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  • AT&T Was Right in Banning Employee “Prisoner” T-shirts

    The U.S. Court of Appeals for the District of Columbia recently ruled that AT&T had a right to forbid its employees, when interacting with the public, from wearing t-shirts that the company reasonably believed could harm its relationship with customers or its public image.

    In Southern New England Telephone Co. v. Nat’l Labor Relations Board, Nos. 11-1099 and 11-1143 (D.C. Cir. July 10, 2015), AT&T employees were urged by their union during contract negotiations to wear t-shirts on the job that said “INMATE” on the front and “Prisoner of AT&T” on the back. The company allowed the employees to wear the shirts in offices and other non-public workplaces but forbid them from wearing it when interacting with customers or working in public. 183 employees were issued one-day suspensions for not complying with AT&T’s ban.

    As a result of the suspensions, the union filed an unfair labor practice charge claiming that the discipline violated employee rights under the National Labor Relations Act. AT&T contended that while the workers may have the right to wear the shirt on the job, the company did not have to allow them to enter customers’ homes wearing “inmate” and “prisoner” labels because AT&T reasonably believed that it could offend customers and harm the company’s customer relations.

    A National Labor Relations Board (“NLRB”) administrative law judge ruled that AT&T committed an unfair labor practice and the NLRB affirmed 2 to 1, concluding that the company’s concerns were unfounded because the shirts “would not have been reasonably mistaken for prison garb.” The United States Court of Appeals for the District of Columbia overturned the NLRB decision (Kavanaugh, J.) stating that based on previous NLRB decisions, it is well established that when an employer can show “special circumstances,” its right to limit the display of union insignia can outweigh the employee’s rights to display it. “An employer that reasonably believes its employees’ union apparel at work may damage the employer’s relationship with its customers or its public image may invoke the ‘special circumstances’ exception.”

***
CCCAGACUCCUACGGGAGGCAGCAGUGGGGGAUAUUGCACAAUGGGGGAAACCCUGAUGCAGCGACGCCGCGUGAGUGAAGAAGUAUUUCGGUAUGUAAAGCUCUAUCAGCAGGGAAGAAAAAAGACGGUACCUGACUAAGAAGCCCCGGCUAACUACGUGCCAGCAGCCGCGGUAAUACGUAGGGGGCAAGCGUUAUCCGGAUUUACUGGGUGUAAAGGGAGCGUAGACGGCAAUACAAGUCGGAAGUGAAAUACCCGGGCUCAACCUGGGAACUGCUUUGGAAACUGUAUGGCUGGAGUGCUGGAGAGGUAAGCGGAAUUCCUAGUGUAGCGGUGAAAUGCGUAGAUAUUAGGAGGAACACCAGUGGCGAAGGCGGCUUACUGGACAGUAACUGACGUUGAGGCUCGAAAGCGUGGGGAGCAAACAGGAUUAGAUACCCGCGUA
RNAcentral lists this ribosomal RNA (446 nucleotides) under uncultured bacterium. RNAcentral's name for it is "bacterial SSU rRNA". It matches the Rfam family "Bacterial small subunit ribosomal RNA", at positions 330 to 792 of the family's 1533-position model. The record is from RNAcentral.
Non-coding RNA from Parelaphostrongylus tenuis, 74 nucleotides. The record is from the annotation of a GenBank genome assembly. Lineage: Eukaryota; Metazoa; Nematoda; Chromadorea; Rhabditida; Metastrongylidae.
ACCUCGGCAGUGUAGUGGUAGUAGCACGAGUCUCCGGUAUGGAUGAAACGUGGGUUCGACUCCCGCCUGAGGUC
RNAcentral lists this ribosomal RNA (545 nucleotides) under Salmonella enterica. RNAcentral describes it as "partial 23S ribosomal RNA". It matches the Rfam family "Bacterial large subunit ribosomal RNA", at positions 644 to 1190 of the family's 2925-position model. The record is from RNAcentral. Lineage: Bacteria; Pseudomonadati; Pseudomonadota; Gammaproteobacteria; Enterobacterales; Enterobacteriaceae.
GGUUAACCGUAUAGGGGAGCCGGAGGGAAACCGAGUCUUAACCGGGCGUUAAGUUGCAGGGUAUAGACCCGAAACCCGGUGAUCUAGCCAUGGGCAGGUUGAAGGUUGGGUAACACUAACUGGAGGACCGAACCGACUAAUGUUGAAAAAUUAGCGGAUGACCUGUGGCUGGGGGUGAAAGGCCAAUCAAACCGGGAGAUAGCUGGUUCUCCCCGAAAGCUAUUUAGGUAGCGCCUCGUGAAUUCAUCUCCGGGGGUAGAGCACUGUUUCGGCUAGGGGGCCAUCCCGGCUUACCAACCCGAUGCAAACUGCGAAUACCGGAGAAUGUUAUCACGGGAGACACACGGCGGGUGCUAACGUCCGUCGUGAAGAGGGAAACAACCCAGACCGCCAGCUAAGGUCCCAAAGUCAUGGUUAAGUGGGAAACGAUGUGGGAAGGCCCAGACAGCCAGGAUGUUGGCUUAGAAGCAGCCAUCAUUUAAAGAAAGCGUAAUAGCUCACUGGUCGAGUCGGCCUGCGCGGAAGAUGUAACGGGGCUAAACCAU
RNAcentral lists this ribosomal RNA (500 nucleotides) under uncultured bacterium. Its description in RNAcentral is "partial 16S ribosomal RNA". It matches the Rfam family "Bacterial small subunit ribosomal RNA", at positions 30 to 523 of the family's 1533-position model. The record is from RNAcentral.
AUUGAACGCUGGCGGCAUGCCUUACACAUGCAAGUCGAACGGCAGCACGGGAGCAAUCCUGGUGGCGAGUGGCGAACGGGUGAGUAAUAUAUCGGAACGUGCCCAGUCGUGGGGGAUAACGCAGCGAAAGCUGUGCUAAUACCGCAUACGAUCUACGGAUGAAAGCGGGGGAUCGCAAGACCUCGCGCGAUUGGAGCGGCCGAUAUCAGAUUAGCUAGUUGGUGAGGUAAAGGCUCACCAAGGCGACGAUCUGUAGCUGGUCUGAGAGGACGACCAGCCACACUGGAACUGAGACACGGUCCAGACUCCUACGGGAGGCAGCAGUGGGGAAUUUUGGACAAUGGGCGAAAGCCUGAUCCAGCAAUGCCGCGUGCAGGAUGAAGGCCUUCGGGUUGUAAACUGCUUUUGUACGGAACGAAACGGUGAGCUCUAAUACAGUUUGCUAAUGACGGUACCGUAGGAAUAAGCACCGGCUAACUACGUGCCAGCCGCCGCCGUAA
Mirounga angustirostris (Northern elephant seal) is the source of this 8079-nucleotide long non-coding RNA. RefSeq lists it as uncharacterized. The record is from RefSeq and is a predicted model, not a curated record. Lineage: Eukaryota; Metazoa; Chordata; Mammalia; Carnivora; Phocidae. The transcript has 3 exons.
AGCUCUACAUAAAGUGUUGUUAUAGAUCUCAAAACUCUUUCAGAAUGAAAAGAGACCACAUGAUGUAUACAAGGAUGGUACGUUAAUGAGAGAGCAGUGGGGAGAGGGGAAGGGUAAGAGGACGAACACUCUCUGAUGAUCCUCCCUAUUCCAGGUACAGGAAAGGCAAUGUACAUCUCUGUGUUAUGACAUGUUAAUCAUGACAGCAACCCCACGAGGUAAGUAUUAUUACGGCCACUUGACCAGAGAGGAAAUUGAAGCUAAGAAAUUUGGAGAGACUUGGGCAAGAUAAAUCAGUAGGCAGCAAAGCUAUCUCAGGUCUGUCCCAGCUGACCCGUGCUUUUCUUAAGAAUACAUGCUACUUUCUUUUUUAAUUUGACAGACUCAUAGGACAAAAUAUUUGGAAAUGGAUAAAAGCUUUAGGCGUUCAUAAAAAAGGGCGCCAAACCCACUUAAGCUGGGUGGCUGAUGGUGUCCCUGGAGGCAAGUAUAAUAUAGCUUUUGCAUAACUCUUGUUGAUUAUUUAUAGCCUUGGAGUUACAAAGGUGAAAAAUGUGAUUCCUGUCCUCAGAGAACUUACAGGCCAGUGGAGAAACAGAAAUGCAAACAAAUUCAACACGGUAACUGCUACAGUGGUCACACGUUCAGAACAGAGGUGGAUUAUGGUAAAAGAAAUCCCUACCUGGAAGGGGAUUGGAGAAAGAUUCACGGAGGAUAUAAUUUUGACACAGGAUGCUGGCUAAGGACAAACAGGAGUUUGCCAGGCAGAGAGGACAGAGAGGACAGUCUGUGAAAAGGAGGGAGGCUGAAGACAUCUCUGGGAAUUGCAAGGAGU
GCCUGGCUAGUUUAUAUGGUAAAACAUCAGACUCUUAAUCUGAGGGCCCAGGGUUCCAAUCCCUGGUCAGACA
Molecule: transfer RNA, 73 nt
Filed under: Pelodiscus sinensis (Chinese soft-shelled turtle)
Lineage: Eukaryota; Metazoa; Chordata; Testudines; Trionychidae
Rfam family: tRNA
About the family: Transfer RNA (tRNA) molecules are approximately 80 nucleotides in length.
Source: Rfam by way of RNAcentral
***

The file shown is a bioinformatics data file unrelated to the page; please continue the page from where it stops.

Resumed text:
This decision highlights the principle that when a company makes a reasonable business judgment about its business and relationship with its customers, the NLRB has to take this into consideration and cannot just ignore it and substitute its own business judgment for that of the company. Employers are encouraged to review related policies and ensure that any similar disciplinary actions are taken under “special circumstances” with the reasonable belief that their reputation or customer relationship is at stake.

    If you or your institution has any questions or concerns regarding employment related issues, please email Cynthia A. Augello at caugello@cullenanddykman.com or call her at (516) 357-3753.

    A special thank you to Lauren Dwarika, a law clerk at Cullen and Dykman LLP, for her assistance with this blog post.